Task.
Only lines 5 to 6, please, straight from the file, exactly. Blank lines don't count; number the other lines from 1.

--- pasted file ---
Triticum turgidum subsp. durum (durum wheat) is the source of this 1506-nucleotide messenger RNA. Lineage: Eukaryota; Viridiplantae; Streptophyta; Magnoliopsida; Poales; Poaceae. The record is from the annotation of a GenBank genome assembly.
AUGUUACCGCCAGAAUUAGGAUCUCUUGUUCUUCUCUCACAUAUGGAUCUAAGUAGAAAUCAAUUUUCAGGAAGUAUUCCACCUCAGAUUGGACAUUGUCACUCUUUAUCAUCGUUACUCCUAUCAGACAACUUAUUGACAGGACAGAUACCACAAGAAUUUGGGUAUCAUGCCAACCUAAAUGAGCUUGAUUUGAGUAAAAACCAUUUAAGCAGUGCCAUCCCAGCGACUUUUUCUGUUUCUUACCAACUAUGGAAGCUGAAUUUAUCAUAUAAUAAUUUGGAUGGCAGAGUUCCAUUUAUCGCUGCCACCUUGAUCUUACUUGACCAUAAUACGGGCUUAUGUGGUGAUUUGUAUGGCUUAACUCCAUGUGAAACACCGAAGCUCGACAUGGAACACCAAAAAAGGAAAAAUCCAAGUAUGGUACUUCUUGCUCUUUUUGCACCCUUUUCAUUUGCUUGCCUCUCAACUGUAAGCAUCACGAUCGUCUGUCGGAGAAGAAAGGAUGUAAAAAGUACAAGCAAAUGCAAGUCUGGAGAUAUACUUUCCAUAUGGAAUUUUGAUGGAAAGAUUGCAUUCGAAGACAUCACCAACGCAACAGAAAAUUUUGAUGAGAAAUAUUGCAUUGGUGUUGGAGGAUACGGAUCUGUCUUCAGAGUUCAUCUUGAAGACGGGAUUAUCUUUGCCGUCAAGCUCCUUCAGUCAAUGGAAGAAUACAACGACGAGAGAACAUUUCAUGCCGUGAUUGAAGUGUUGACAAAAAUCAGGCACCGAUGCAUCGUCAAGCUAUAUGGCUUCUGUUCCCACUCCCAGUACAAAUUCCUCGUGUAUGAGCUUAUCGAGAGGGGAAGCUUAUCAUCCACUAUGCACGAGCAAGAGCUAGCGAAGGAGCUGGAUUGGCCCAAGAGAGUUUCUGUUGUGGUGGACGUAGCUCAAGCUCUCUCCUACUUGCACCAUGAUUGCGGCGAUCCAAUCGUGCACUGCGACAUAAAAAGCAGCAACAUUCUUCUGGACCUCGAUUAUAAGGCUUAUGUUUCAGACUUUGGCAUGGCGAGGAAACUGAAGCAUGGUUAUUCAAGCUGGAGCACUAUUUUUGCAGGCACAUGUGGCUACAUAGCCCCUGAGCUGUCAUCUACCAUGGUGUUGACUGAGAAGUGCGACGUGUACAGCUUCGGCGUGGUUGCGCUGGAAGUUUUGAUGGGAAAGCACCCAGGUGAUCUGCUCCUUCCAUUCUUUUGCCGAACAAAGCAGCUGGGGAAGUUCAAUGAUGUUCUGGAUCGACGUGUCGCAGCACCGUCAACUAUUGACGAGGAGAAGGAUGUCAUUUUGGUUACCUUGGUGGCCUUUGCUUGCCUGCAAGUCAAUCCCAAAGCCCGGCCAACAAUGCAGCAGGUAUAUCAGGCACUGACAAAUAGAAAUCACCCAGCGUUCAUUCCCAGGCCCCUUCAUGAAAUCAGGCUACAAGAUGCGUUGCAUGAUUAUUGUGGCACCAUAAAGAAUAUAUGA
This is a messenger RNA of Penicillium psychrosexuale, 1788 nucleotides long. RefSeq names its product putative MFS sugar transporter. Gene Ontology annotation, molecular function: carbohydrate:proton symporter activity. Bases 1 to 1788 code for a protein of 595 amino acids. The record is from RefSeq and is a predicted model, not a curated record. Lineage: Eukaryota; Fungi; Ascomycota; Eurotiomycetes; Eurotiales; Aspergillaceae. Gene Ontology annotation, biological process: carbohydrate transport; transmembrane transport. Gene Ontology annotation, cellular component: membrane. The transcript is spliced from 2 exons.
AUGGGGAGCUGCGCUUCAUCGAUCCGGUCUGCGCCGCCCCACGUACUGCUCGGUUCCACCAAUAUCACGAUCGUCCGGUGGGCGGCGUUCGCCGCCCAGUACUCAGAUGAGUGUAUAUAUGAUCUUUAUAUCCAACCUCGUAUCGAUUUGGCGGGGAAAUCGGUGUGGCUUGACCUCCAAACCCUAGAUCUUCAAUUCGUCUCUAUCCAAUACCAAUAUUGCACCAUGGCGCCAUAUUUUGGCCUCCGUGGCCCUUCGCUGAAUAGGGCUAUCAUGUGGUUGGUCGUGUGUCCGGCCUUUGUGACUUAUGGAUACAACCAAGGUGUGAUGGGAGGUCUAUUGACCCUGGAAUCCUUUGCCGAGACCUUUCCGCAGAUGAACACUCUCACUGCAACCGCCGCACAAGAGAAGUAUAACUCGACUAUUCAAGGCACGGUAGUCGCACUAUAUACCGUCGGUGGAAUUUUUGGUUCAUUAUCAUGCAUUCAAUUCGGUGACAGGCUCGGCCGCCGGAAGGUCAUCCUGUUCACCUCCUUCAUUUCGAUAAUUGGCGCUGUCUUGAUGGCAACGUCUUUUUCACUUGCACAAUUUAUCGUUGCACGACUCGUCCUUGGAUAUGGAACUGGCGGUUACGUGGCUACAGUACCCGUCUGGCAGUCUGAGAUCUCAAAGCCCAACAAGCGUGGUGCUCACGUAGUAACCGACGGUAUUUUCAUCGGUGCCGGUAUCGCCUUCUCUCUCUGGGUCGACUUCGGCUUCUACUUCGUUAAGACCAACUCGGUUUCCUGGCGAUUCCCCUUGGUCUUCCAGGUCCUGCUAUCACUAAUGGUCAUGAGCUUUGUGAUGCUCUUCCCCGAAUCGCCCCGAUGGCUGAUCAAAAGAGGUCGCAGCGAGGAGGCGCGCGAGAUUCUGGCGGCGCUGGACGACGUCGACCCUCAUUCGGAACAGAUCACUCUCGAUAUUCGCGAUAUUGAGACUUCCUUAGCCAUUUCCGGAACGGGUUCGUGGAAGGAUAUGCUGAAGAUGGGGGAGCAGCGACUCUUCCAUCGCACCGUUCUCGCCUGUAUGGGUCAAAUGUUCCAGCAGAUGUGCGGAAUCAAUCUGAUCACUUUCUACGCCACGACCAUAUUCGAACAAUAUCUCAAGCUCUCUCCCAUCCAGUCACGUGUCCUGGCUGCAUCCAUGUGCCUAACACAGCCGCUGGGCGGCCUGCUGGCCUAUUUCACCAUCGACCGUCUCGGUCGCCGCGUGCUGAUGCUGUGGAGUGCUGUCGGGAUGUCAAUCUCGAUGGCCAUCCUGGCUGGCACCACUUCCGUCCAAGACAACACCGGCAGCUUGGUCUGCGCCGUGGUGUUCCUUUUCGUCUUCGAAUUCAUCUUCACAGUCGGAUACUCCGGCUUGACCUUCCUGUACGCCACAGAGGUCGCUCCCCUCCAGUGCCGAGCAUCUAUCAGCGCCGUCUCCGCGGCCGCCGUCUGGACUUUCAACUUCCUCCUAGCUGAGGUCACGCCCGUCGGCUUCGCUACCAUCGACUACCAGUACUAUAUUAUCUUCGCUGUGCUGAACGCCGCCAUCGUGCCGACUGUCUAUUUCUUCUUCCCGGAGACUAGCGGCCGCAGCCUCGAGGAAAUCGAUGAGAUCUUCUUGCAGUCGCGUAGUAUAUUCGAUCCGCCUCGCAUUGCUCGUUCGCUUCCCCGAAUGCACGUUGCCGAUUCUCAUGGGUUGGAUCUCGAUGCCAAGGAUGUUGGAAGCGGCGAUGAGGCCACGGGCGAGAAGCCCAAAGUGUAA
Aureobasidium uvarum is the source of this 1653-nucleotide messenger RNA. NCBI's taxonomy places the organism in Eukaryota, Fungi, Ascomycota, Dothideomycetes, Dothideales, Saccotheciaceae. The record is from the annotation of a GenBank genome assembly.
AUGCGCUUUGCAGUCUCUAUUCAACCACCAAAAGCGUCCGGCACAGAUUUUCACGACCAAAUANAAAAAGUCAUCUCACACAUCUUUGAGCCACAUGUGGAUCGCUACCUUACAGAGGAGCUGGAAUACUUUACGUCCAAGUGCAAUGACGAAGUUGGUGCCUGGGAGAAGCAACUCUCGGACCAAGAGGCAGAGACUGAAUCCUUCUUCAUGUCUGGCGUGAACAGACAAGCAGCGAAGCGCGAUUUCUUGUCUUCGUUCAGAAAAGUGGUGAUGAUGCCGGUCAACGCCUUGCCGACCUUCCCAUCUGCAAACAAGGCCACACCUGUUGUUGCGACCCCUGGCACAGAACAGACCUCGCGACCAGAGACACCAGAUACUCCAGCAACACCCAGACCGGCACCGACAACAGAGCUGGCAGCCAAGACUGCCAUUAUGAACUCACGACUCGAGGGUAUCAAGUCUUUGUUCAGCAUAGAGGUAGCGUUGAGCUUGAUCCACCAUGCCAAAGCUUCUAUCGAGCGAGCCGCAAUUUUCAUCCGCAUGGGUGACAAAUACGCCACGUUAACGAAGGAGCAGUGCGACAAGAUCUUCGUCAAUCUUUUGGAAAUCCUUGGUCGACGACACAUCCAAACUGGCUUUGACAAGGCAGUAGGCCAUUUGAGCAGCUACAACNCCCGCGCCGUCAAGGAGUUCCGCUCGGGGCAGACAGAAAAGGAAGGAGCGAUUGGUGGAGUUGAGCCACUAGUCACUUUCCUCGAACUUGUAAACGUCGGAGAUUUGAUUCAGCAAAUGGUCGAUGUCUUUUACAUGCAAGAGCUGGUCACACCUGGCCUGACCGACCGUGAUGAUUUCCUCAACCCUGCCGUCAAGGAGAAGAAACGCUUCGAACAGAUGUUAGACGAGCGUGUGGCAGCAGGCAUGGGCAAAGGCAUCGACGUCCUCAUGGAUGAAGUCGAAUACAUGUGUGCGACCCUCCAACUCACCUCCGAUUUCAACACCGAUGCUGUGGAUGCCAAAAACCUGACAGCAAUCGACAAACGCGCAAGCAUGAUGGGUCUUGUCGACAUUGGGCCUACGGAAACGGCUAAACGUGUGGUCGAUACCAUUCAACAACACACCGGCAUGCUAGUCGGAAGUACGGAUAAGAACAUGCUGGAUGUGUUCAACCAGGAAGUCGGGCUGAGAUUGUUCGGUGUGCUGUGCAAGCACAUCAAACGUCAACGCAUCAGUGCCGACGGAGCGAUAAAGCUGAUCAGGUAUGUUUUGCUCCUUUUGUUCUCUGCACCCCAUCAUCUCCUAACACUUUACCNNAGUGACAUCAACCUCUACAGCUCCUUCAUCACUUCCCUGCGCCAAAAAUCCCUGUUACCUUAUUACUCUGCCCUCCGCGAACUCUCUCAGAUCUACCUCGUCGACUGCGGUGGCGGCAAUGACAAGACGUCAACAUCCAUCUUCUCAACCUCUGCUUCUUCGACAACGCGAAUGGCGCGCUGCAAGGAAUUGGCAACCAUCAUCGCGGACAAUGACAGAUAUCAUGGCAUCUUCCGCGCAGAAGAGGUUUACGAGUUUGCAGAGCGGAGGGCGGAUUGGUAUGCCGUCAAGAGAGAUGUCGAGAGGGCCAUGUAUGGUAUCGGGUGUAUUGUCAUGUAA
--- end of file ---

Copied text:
Aureobasidium uvarum is the source of this 1653-nucleotide messenger RNA. NCBI's taxonomy places the organism in Eukaryota, Fungi, Ascomycota, Dothideomycetes, Dothideales, Saccotheciaceae. The record is from the annotation of a GenBank genome assembly.
AUGCGCUUUGCAGUCUCUAUUCAACCACCAAAAGCGUCCGGCACAGAUUUUCACGACCAAAUANAAAAAGUCAUCUCACACAUCUUUGAGCCACAUGUGGAUCGCUACCUUACAGAGGAGCUGGAAUACUUUACGUCCAAGUGCAAUGACGAAGUUGGUGCCUGGGAGAAGCAACUCUCGGACCAAGAGGCAGAGACUGAAUCCUUCUUCAUGUCUGGCGUGAACAGACAAGCAGCGAAGCGCGAUUUCUUGUCUUCGUUCAGAAAAGUGGUGAUGAUGCCGGUCAACGCCUUGCCGACCUUCCCAUCUGCAAACAAGGCCACACCUGUUGUUGCGACCCCUGGCACAGAACAGACCUCGCGACCAGAGACACCAGAUACUCCAGCAACACCCAGACCGGCACCGACAACAGAGCUGGCAGCCAAGACUGCCAUUAUGAACUCACGACUCGAGGGUAUCAAGUCUUUGUUCAGCAUAGAGGUAGCGUUGAGCUUGAUCCACCAUGCCAAAGCUUCUAUCGAGCGAGCCGCAAUUUUCAUCCGCAUGGGUGACAAAUACGCCACGUUAACGAAGGAGCAGUGCGACAAGAUCUUCGUCAAUCUUUUGGAAAUCCUUGGUCGACGACACAUCCAAACUGGCUUUGACAAGGCAGUAGGCCAUUUGAGCAGCUACAACNCCCGCGCCGUCAAGGAGUUCCGCUCGGGGCAGACAGAAAAGGAAGGAGCGAUUGGUGGAGUUGAGCCACUAGUCACUUUCCUCGAACUUGUAAACGUCGGAGAUUUGAUUCAGCAAAUGGUCGAUGUCUUUUACAUGCAAGAGCUGGUCACACCUGGCCUGACCGACCGUGAUGAUUUCCUCAACCCUGCCGUCAAGGAGAAGAAACGCUUCGAACAGAUGUUAGACGAGCGUGUGGCAGCAGGCAUGGGCAAAGGCAUCGACGUCCUCAUGGAUGAAGUCGAAUACAUGUGUGCGACCCUCCAACUCACCUCCGAUUUCAACACCGAUGCUGUGGAUGCCAAAAACCUGACAGCAAUCGACAAACGCGCAAGCAUGAUGGGUCUUGUCGACAUUGGGCCUACGGAAACGGCUAAACGUGUGGUCGAUACCAUUCAACAACACACCGGCAUGCUAGUCGGAAGUACGGAUAAGAACAUGCUGGAUGUGUUCAACCAGGAAGUCGGGCUGAGAUUGUUCGGUGUGCUGUGCAAGCACAUCAAACGUCAACGCAUCAGUGCCGACGGAGCGAUAAAGCUGAUCAGGUAUGUUUUGCUCCUUUUGUUCUCUGCACCCCAUCAUCUCCUAACACUUUACCNNAGUGACAUCAACCUCUACAGCUCCUUCAUCACUUCCCUGCGCCAAAAAUCCCUGUUACCUUAUUACUCUGCCCUCCGCGAACUCUCUCAGAUCUACCUCGUCGACUGCGGUGGCGGCAAUGACAAGACGUCAACAUCCAUCUUCUCAACCUCUGCUUCUUCGACAACGCGAAUGGCGCGCUGCAAGGAAUUGGCAACCAUCAUCGCGGACAAUGACAGAUAUCAUGGCAUCUUCCGCGCAGAAGAGGUUUACGAGUUUGCAGAGCGGAGGGCGGAUUGGUAUGCCGUCAAGAGAGAUGUCGAGAGGGCCAUGUAUGGUAUCGGGUGUAUUGUCAUGUAA